If you are not equipped to handle the financial burden of terminal or chronic illness, there are numerous methods to pay for medical and long-term care costs. Borrowing from family and friends or taking on debt to pay for treatment are options to consider, but if it is ultimately in your best interest to use your life insurance policy for financial assistance, you must decide between selling your life insurance through a viatical settlement or requesting an accelerated death benefit (ADB) from the insurance provider.
An accelerated death benefit is a policy rider that allows the insured to receive a certain percentage of the policy’s face value in advance of their death. It is important to note that an accelerated death benefit is an optional rider, however, even if you did not originally purchase one, many insurance companies will still honor an accelerated death benefit.
For most people, it makes sense to request the accelerated death benefit. Not only does it give you a significant amount of money quickly, you still retain the remainder of the death benefit not advanced.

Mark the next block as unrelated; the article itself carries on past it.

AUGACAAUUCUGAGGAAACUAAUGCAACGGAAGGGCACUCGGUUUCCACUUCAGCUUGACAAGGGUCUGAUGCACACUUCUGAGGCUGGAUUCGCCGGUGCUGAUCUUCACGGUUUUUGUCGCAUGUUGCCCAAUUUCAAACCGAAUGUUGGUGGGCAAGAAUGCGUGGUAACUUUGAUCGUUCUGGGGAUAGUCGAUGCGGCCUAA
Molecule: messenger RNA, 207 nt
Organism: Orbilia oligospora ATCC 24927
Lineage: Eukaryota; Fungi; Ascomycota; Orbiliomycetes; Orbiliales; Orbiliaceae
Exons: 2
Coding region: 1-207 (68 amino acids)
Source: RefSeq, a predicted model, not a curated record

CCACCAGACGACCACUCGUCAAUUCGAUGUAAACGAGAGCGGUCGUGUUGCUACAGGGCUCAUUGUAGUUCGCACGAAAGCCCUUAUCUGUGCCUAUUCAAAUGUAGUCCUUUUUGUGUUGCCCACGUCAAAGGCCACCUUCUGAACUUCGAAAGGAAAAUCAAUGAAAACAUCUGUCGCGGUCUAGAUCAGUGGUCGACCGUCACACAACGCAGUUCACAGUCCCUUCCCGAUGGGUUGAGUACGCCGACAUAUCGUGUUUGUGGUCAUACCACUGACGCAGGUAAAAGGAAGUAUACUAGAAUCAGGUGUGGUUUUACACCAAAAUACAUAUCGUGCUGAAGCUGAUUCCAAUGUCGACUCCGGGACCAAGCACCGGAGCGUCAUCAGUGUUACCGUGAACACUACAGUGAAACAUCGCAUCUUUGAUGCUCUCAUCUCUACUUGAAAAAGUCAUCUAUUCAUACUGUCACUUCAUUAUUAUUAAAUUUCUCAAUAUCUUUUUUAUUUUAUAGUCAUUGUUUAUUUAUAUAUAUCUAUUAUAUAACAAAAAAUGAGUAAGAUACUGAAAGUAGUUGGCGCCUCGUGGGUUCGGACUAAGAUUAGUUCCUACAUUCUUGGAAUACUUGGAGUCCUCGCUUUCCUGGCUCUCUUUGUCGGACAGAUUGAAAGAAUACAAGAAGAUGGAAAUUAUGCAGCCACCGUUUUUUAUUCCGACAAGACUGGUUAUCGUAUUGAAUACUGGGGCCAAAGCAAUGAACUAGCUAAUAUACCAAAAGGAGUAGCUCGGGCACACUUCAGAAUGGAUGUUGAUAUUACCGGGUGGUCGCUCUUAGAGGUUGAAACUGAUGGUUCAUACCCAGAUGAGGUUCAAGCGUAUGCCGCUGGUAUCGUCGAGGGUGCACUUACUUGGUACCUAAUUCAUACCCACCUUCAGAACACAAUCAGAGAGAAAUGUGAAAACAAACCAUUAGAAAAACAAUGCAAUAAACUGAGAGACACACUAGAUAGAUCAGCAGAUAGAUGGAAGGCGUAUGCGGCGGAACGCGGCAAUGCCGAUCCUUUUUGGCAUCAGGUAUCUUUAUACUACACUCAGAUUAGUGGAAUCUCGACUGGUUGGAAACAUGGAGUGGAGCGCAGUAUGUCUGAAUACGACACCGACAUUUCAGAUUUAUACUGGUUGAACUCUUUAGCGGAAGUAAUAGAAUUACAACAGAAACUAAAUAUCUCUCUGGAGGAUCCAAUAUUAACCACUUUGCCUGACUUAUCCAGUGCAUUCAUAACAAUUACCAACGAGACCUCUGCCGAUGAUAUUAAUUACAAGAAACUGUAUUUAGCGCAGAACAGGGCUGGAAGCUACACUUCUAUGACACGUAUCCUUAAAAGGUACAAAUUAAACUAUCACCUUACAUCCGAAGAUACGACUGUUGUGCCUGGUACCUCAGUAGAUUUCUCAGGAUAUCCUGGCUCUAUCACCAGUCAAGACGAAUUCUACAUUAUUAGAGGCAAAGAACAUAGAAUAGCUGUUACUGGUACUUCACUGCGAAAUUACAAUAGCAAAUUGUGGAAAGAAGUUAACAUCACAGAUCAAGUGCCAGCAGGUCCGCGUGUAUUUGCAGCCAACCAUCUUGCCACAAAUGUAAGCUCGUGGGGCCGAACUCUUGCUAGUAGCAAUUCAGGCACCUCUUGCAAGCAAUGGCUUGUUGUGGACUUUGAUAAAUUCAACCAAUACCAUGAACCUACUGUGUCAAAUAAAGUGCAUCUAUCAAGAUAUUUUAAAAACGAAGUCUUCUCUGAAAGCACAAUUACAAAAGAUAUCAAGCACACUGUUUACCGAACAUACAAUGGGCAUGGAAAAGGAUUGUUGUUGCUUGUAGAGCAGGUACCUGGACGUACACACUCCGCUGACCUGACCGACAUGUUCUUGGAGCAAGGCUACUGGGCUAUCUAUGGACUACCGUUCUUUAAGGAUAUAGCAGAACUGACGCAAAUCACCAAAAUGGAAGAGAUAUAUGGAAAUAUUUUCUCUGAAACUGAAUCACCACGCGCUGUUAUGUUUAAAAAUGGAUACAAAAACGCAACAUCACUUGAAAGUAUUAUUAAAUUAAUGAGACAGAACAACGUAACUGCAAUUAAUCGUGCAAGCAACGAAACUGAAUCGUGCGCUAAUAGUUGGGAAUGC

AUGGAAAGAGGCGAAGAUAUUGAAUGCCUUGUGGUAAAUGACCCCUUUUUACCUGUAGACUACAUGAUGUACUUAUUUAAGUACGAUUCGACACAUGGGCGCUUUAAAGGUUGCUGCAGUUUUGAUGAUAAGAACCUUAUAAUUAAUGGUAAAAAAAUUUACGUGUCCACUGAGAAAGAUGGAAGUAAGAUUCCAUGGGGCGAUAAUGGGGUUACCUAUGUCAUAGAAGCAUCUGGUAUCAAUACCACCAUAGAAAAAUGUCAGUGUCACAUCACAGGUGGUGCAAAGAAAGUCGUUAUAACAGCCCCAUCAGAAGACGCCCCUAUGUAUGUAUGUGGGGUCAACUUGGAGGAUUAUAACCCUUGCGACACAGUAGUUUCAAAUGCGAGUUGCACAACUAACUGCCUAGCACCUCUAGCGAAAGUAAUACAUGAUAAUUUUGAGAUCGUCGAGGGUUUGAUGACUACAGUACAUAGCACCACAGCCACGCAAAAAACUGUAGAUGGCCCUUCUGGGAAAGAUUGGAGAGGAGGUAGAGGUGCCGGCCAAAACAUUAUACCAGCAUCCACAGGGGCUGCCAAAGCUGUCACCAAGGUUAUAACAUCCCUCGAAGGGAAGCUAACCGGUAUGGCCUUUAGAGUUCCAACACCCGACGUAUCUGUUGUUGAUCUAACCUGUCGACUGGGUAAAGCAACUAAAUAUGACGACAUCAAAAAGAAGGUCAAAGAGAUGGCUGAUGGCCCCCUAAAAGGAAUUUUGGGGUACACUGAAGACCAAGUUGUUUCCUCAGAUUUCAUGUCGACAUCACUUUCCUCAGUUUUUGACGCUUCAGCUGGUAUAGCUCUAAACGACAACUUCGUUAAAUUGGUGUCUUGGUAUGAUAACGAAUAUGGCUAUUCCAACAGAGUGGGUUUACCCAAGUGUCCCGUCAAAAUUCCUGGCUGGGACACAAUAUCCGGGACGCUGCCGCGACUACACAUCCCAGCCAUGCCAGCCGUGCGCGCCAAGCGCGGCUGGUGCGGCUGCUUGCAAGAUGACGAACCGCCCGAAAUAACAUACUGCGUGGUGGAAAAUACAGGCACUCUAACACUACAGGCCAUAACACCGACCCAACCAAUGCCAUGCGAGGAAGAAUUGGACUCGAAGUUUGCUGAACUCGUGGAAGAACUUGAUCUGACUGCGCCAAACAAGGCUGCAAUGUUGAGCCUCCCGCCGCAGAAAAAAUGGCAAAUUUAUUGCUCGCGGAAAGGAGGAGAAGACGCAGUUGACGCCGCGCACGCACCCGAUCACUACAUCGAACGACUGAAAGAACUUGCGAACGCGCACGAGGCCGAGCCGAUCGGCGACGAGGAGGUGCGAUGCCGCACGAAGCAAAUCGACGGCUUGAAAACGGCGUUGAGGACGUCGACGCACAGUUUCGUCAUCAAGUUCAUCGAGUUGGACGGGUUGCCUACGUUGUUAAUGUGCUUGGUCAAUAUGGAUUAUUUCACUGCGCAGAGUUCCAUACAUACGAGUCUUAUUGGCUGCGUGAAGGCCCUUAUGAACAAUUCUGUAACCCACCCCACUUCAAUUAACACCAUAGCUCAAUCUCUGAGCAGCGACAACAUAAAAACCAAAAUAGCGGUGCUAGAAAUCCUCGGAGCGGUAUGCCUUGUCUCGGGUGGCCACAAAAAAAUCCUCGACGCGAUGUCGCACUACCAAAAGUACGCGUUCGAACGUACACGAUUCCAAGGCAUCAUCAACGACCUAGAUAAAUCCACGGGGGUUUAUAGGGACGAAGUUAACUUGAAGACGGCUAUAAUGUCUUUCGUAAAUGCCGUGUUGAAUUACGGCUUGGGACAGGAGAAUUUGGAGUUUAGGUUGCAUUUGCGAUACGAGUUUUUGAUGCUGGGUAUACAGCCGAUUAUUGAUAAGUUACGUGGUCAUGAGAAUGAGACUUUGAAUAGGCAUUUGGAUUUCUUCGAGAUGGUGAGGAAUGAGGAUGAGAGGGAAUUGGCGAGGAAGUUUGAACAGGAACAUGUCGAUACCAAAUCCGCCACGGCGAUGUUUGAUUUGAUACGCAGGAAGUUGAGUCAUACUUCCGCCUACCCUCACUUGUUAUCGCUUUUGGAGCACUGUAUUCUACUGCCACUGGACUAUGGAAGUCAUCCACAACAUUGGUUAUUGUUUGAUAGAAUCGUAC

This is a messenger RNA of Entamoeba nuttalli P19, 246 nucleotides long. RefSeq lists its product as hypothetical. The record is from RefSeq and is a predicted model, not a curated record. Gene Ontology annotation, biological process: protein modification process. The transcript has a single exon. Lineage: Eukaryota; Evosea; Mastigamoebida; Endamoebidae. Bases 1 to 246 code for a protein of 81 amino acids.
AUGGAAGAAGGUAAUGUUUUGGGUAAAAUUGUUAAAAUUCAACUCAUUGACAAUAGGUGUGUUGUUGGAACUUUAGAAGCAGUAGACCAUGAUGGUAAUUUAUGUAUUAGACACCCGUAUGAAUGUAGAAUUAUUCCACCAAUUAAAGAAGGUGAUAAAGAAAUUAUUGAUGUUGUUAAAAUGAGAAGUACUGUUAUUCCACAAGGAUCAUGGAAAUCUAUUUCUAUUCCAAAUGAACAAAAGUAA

An accelerated death benefit advances anywhere from 25-95% of the policy’s face value, depending on the contract and the insured’s life expectancy. The policyholder then retains whatever portion of the original death benefit that is not advanced. When considering an accelerated death benefit, it is important to acknowledge the percent of the face value advanced is not equal to the amount of money you are paid by the life insurance company. The exact proportions vary with every insurance provider, but as a rule, the percentage of the policy advanced is greater than the percent actually paid to the policyholder.